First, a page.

Image making as refuge comes to mind again. Part of that refuge is also about being able to think, and Solnit’s thinking inspires and extends my own – and this is where the written word as a company of thought is recognised in the thINKing piece. I think books and images saved and informed me whilst I was growing up and they continue to do so.

Robert Downes: ‘thINKing’ (detail) 2017

James Baldwin spoke to the necessity of books as illuminators on experience, as thinking companions and ultimately as connectors. Ink is fluid after all.

“You think your pain and your heartbreak are unprecedented in the history of the world, but then you read. It was Dostoevsky and Dickens who taught me that the things that tormented me most were the very things that connected me with all the people who were alive, or who ever had been alive. Only if we face these open wounds in ourselves can we understand them in other people.”

 

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Here at Stillpoint Spaces London we are celebrating an ongoing conversation between the oft-divided worlds of Psychology and the Arts, with a whole range of events and engagements throughout the Autumn. Part of this has been the development of our first exhibition of artworks, by artist, psychotherapist, and friend of SPS Robert Downes. Robert has been making art alongside practising as a psychotherapist for several years, and as a result has been the perfect person to introduce our Lab space as a gallery, and as a place to contemplate the psyche through the visual arts. While this season sees a real focus on the Arts, we are passionate about keeping Stillpoint a place for collaboration and cross-disciplinary work, and our community is built on this notion of inclusivity and thoughtful exploration.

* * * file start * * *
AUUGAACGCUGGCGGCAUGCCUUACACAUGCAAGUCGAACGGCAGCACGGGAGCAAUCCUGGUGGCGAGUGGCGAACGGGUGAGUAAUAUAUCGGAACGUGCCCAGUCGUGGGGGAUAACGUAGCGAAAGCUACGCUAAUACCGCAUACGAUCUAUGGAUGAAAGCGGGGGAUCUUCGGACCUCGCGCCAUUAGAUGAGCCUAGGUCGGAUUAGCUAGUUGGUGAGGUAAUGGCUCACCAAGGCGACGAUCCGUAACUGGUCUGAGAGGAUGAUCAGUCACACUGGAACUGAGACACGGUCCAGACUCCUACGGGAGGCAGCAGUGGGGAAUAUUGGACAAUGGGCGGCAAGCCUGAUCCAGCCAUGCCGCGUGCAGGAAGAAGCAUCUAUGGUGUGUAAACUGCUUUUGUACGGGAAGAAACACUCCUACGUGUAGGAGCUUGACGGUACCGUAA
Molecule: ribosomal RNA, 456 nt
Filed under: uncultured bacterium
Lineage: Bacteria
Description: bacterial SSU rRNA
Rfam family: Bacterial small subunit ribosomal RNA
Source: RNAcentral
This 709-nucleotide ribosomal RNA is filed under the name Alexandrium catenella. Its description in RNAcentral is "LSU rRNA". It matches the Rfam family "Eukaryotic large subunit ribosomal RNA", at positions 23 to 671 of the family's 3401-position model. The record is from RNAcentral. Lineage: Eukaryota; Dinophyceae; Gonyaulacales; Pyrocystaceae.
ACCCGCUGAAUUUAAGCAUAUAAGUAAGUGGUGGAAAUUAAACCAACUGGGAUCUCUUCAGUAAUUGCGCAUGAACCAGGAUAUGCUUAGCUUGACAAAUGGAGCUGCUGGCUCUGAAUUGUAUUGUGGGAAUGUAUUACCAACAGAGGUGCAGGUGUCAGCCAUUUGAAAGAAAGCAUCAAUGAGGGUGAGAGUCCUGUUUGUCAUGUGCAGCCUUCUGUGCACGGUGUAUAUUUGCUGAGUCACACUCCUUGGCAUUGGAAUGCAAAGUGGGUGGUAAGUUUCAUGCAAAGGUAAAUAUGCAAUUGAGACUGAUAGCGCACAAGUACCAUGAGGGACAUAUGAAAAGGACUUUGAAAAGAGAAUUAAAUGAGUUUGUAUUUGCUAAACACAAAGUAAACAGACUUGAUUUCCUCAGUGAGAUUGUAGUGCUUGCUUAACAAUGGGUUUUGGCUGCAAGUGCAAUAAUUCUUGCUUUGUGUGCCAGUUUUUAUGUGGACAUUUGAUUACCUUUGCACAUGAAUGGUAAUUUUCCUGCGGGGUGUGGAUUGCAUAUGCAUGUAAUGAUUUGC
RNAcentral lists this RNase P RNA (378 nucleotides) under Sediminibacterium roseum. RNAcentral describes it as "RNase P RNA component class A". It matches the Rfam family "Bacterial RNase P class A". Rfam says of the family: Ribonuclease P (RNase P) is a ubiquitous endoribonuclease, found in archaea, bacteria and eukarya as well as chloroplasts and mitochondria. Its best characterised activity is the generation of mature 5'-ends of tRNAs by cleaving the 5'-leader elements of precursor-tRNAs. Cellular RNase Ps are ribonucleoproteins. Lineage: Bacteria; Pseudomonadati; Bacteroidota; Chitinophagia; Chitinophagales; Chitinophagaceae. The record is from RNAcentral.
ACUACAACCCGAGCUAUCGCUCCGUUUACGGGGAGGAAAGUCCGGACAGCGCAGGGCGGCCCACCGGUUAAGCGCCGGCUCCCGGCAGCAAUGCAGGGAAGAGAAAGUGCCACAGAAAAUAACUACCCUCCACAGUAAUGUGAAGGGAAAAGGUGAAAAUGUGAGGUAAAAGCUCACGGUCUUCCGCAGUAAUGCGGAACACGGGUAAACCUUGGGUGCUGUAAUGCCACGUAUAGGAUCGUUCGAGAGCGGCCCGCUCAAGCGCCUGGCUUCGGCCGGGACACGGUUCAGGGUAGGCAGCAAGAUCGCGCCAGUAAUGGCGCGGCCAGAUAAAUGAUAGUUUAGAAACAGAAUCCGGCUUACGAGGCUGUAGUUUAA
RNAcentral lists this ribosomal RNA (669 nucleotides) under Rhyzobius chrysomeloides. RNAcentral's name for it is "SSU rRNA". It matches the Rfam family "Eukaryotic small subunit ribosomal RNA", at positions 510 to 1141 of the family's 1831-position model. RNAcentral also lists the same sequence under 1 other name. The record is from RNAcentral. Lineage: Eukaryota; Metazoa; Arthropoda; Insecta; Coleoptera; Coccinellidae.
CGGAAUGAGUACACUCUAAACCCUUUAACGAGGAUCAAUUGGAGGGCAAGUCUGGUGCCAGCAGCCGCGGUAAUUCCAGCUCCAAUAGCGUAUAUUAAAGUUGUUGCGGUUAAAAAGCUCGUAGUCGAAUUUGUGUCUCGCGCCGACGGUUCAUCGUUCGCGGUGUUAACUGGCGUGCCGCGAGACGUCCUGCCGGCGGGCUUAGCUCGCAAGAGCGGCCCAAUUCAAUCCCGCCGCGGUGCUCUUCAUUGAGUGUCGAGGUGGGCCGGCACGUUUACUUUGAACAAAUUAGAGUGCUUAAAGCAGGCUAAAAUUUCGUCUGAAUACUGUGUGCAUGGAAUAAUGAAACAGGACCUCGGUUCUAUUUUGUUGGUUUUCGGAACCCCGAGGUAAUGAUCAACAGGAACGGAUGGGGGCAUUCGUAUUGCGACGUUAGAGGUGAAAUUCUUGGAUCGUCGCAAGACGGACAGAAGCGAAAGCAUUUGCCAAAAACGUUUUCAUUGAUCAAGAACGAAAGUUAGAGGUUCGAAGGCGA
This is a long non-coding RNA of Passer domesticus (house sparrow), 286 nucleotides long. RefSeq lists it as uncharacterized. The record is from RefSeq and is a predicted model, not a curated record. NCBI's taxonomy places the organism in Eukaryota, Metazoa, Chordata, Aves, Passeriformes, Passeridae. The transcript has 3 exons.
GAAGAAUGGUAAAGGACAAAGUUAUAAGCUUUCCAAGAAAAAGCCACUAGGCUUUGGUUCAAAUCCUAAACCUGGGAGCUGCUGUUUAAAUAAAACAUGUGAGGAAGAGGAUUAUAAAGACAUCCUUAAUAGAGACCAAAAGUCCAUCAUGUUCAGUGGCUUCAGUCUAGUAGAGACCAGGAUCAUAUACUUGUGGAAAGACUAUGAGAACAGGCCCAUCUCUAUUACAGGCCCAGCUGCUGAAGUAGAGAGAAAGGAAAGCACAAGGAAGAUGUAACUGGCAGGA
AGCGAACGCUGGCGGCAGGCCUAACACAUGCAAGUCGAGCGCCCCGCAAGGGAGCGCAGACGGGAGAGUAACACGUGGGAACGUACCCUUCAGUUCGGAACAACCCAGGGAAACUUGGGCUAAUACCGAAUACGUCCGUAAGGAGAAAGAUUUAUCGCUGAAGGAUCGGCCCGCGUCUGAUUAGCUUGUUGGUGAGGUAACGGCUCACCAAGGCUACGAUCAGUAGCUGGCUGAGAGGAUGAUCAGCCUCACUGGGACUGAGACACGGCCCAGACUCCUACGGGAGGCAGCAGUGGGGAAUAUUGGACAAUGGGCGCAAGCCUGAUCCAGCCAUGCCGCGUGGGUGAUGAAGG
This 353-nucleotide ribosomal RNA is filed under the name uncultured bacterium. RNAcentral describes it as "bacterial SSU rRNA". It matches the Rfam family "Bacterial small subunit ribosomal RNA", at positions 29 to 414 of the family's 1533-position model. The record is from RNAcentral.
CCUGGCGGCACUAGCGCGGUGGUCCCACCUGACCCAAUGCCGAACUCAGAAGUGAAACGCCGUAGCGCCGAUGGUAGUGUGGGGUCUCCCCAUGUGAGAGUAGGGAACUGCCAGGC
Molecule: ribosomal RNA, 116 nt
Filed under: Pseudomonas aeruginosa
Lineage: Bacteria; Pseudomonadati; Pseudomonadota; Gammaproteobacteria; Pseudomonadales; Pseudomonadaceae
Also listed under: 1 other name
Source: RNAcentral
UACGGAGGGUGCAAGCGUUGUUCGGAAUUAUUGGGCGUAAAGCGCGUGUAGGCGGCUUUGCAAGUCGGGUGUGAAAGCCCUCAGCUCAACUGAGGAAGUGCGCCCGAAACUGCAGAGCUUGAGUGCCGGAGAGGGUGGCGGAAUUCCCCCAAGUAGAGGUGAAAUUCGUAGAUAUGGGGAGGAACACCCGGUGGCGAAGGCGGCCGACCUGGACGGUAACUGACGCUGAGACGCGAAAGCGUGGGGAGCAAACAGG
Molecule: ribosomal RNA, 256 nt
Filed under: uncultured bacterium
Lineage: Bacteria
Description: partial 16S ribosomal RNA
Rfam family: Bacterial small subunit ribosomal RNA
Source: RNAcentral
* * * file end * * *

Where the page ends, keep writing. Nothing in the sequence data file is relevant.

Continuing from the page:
In anticipation of Robert’s exhibition opening at the end of September, we asked him some questions about his practice, his current plans for pieces to be shown at Stillpoint, and what has influenced his work up until now. This blogpost came about from an extended answer to a question about Solnit’s writing, someone he had referred to in conversation numerous times as we have planned his show.

Robert’s exhibition will open on 30th September with a celebratory evening, which will include an introduction to his work, and the reading of written responses to the works on show from writer Foluke Taylor. For details on this, and other events in the Stillpoint London calendar, head to the SPS London Lab website here, or find us on facebook

And finally, for more of Robert’s work visit his website or instagram page.

All images featured in this post are from Robert’s body of work titled ‘thInking’, which will be displayed in The Lab.